l. I understand the Red Sox gave up three strong prospects (none of whom is in the top two in their system) and a lesser infield prospect to get Craig Kimbrel. But what do you expect to pay to improve an awful bullpen (26th in MLB ERA last year) with the second-best closer (to Aroldis Chapman) available, who is signed for the next three years, with a career WHIP of 0.93 and ERA of 1.63? It’s a slight worry that Kimbrel blew up a bit early last year, but he was his old self over the last three months. You’ve got to give to get. That’s how I look at this.
m. The editor of this column, Dom Bonvissuto, saw Spotlight Saturday night (I feel slightly responsible for pushing him to it), and he walked out of the movie and texted me thusly: “Holy crap.”
n. Promise: I won’t steer you wrong on Spotlight. It’s really good, whatever you think of journalism or journalists.
o. Attention all fans who have a turkey day family football game: We want to hear stories of your annual family game or the ways that football has molded your Thanksgiving celebrations and memories. Send your stories to us at email@example.com
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Who I Like Tonight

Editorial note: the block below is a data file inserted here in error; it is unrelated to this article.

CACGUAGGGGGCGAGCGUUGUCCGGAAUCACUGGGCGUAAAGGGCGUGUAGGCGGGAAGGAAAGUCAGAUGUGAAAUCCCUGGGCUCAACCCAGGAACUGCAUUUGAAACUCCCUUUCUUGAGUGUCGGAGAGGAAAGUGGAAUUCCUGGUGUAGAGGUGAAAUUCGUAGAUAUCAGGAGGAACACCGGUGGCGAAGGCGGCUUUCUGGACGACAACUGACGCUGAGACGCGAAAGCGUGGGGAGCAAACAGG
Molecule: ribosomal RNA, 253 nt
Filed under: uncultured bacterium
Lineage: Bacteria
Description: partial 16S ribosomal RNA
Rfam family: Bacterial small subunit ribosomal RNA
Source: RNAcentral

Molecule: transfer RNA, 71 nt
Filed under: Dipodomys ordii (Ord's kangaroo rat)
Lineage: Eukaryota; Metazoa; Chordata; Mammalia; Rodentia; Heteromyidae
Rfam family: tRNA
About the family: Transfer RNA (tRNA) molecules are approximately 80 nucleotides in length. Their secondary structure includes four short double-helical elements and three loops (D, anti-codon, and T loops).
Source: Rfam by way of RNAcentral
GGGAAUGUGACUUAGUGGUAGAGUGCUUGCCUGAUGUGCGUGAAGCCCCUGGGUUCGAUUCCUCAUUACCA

Cincinnati 30, Houston 12. Not to kill you with numbers, but Andy Dalton has played 17 games in each of his four previous NFL seasons, and the most games he had with a passer ratings of 100 or more in any year was six. This year, he has six in eight starts. How impressive is this: All six of his 100-plus games this year exceed 115. This is a different player, folks. He can’t do anything about the playoffs until January, and his mantra every time anyone asks is almost a zombie like: All I can do anything about is the next game, not the playoffs. Smart of him. And in Cincinnati’s second straight prime-time game, Dalton has a chance to quash the can’t-win-in-the-national-spotlight storyline tonight too. “I think we’re starting to silence that one,” Dalton said. Tonight is another brick in that wall, with J.J. Watt trying to make it hot for him. And next week, at Arizona on Sunday, will be the third straight prime-time game for Cincinnati. When, if ever, has that happened in Bengaldom? (“Bengaldom,” by the way, was coined by Boomer Esiason; I cannot take credit.)
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The Adieu Haiku
Manning’s worst, ever.
Agonizing. One question:
Is it the end now?